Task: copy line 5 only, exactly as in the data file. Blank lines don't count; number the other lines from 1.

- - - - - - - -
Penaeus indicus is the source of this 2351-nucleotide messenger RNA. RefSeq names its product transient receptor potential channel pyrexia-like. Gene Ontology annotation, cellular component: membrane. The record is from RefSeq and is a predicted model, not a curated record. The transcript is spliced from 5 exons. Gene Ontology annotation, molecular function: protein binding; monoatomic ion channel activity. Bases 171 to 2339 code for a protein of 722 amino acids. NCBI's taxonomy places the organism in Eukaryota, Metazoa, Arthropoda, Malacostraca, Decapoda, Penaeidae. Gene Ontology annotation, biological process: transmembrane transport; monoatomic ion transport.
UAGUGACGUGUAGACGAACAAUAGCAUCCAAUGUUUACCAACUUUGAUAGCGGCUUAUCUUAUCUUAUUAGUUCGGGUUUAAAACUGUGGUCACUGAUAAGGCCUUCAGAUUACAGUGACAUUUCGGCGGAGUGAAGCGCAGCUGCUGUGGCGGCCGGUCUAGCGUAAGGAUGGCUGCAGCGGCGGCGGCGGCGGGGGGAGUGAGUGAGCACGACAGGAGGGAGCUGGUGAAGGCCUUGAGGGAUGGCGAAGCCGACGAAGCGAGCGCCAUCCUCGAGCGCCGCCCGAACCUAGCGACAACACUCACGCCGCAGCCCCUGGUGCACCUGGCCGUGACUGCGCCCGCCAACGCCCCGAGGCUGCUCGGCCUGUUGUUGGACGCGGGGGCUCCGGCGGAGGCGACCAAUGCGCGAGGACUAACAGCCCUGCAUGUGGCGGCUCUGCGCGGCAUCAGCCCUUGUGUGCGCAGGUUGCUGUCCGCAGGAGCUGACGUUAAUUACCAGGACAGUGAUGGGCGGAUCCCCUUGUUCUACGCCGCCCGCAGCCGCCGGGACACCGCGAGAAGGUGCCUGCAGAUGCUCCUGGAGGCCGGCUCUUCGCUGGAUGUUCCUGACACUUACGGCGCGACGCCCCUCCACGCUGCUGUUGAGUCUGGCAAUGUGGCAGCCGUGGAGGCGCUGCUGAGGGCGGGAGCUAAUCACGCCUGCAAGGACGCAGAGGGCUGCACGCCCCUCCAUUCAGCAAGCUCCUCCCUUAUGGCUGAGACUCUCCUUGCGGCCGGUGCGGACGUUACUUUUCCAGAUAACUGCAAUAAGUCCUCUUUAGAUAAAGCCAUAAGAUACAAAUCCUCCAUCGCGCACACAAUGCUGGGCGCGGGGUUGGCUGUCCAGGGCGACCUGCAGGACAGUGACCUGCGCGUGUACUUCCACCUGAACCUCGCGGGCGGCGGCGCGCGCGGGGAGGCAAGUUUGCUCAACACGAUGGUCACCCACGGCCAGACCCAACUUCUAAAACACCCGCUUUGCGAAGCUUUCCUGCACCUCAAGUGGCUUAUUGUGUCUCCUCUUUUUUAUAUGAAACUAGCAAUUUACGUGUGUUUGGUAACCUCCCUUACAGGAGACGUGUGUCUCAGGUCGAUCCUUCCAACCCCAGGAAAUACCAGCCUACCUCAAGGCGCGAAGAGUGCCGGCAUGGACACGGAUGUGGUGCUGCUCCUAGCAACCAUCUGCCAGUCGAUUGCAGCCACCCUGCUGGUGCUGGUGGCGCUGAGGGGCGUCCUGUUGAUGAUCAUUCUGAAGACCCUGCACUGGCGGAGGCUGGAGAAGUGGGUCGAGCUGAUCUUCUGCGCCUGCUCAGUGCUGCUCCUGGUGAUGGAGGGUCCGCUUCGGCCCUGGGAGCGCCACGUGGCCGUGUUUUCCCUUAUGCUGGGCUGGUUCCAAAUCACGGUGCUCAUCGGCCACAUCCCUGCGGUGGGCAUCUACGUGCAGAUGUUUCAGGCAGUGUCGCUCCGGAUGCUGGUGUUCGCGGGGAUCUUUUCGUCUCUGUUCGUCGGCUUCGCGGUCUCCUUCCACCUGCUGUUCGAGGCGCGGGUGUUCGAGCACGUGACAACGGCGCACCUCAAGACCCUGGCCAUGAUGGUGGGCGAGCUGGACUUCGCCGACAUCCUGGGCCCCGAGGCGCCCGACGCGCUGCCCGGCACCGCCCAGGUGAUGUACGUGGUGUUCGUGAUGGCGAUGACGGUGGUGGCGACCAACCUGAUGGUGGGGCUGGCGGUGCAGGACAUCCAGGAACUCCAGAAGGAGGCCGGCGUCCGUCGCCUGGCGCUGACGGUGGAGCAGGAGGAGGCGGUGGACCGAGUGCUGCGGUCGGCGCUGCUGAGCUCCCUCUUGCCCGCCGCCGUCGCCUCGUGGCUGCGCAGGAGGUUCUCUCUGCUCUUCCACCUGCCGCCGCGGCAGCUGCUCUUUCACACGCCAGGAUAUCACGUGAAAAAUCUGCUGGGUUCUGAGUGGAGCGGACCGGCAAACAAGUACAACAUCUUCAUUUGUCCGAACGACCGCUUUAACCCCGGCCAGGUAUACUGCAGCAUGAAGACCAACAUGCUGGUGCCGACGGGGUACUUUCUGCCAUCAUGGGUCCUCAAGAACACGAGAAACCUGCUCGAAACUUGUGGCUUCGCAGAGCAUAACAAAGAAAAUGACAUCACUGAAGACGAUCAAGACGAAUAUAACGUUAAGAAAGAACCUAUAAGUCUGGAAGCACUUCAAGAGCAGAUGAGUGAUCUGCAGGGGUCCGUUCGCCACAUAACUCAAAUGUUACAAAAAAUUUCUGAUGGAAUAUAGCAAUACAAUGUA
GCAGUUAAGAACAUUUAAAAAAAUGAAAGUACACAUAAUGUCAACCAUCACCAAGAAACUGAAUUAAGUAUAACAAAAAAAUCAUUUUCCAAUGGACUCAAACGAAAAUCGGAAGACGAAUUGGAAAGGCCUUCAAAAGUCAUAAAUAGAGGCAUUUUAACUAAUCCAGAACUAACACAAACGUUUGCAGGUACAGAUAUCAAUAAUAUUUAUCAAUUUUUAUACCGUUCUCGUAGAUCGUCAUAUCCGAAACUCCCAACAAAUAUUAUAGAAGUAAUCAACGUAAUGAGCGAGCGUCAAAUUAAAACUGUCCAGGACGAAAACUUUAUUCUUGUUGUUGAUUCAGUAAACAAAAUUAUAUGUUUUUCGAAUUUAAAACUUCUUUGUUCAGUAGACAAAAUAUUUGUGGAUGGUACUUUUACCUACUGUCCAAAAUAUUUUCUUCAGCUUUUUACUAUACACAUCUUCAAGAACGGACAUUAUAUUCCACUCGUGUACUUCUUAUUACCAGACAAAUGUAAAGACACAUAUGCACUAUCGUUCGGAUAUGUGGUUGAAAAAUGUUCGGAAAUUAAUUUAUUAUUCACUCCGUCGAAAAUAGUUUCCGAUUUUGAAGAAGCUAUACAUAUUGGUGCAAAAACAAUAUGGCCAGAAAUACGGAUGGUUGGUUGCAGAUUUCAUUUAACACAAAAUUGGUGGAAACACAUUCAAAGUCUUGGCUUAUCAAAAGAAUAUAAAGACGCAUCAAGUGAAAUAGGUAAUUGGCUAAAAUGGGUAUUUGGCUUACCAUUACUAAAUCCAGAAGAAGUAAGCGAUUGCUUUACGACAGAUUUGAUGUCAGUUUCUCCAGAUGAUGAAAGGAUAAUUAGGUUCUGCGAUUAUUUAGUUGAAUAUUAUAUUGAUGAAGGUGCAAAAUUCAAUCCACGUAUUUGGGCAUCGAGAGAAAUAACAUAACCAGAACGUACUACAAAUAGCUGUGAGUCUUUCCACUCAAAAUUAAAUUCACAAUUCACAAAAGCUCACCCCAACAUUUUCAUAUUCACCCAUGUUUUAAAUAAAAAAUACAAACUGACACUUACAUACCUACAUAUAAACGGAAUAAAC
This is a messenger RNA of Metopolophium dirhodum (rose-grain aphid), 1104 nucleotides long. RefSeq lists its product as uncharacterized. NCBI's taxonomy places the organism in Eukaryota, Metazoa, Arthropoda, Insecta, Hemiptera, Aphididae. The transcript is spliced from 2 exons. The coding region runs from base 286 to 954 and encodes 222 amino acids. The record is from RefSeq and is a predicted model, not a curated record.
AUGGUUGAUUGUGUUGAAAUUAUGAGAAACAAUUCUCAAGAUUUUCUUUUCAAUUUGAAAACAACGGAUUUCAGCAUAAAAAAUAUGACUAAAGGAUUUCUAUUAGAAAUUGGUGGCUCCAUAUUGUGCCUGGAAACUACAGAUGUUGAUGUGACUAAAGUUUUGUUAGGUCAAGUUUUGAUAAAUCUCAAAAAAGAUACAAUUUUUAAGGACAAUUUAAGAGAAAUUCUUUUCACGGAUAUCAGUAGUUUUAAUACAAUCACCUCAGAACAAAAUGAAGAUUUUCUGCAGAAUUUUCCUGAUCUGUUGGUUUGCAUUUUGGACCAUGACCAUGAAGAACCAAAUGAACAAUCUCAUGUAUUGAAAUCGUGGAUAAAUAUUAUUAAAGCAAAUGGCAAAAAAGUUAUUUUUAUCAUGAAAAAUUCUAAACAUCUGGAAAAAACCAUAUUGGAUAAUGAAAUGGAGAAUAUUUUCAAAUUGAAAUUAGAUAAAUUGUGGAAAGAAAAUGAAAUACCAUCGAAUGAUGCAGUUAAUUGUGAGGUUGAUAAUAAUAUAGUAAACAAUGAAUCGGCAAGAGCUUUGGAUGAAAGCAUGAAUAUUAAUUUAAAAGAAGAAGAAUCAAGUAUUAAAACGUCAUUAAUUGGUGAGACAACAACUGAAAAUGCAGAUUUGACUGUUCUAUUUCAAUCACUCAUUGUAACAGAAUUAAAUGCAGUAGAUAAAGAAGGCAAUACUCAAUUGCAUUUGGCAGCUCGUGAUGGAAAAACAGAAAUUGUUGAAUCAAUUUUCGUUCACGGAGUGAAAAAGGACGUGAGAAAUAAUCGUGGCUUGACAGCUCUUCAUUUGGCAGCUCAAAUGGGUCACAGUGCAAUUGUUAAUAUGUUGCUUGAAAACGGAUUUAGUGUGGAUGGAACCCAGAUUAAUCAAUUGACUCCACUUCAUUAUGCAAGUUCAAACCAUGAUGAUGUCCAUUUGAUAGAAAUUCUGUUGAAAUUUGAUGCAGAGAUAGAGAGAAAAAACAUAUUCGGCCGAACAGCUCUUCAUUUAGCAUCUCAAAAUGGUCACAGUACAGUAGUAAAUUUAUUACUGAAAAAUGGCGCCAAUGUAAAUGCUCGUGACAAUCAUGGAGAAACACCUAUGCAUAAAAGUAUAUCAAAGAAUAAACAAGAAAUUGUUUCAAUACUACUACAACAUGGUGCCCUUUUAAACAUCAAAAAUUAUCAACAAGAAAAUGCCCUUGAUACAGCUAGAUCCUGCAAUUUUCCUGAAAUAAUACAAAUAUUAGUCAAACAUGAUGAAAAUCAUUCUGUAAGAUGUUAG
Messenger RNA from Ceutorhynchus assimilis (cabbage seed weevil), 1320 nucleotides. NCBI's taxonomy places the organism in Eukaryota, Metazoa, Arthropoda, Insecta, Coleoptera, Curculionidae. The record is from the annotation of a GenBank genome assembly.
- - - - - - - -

AUGGUUGAUUGUGUUGAAAUUAUGAGAAACAAUUCUCAAGAUUUUCUUUUCAAUUUGAAAACAACGGAUUUCAGCAUAAAAAAUAUGACUAAAGGAUUUCUAUUAGAAAUUGGUGGCUCCAUAUUGUGCCUGGAAACUACAGAUGUUGAUGUGACUAAAGUUUUGUUAGGUCAAGUUUUGAUAAAUCUCAAAAAAGAUACAAUUUUUAAGGACAAUUUAAGAGAAAUUCUUUUCACGGAUAUCAGUAGUUUUAAUACAAUCACCUCAGAACAAAAUGAAGAUUUUCUGCAGAAUUUUCCUGAUCUGUUGGUUUGCAUUUUGGACCAUGACCAUGAAGAACCAAAUGAACAAUCUCAUGUAUUGAAAUCGUGGAUAAAUAUUAUUAAAGCAAAUGGCAAAAAAGUUAUUUUUAUCAUGAAAAAUUCUAAACAUCUGGAAAAAACCAUAUUGGAUAAUGAAAUGGAGAAUAUUUUCAAAUUGAAAUUAGAUAAAUUGUGGAAAGAAAAUGAAAUACCAUCGAAUGAUGCAGUUAAUUGUGAGGUUGAUAAUAAUAUAGUAAACAAUGAAUCGGCAAGAGCUUUGGAUGAAAGCAUGAAUAUUAAUUUAAAAGAAGAAGAAUCAAGUAUUAAAACGUCAUUAAUUGGUGAGACAACAACUGAAAAUGCAGAUUUGACUGUUCUAUUUCAAUCACUCAUUGUAACAGAAUUAAAUGCAGUAGAUAAAGAAGGCAAUACUCAAUUGCAUUUGGCAGCUCGUGAUGGAAAAACAGAAAUUGUUGAAUCAAUUUUCGUUCACGGAGUGAAAAAGGACGUGAGAAAUAAUCGUGGCUUGACAGCUCUUCAUUUGGCAGCUCAAAUGGGUCACAGUGCAAUUGUUAAUAUGUUGCUUGAAAACGGAUUUAGUGUGGAUGGAACCCAGAUUAAUCAAUUGACUCCACUUCAUUAUGCAAGUUCAAACCAUGAUGAUGUCCAUUUGAUAGAAAUUCUGUUGAAAUUUGAUGCAGAGAUAGAGAGAAAAAACAUAUUCGGCCGAACAGCUCUUCAUUUAGCAUCUCAAAAUGGUCACAGUACAGUAGUAAAUUUAUUACUGAAAAAUGGCGCCAAUGUAAAUGCUCGUGACAAUCAUGGAGAAACACCUAUGCAUAAAAGUAUAUCAAAGAAUAAACAAGAAAUUGUUUCAAUACUACUACAACAUGGUGCCCUUUUAAACAUCAAAAAUUAUCAACAAGAAAAUGCCCUUGAUACAGCUAGAUCCUGCAAUUUUCCUGAAAUAAUACAAAUAUUAGUCAAACAUGAUGAAAAUCAUUCUGUAAGAUGUUAG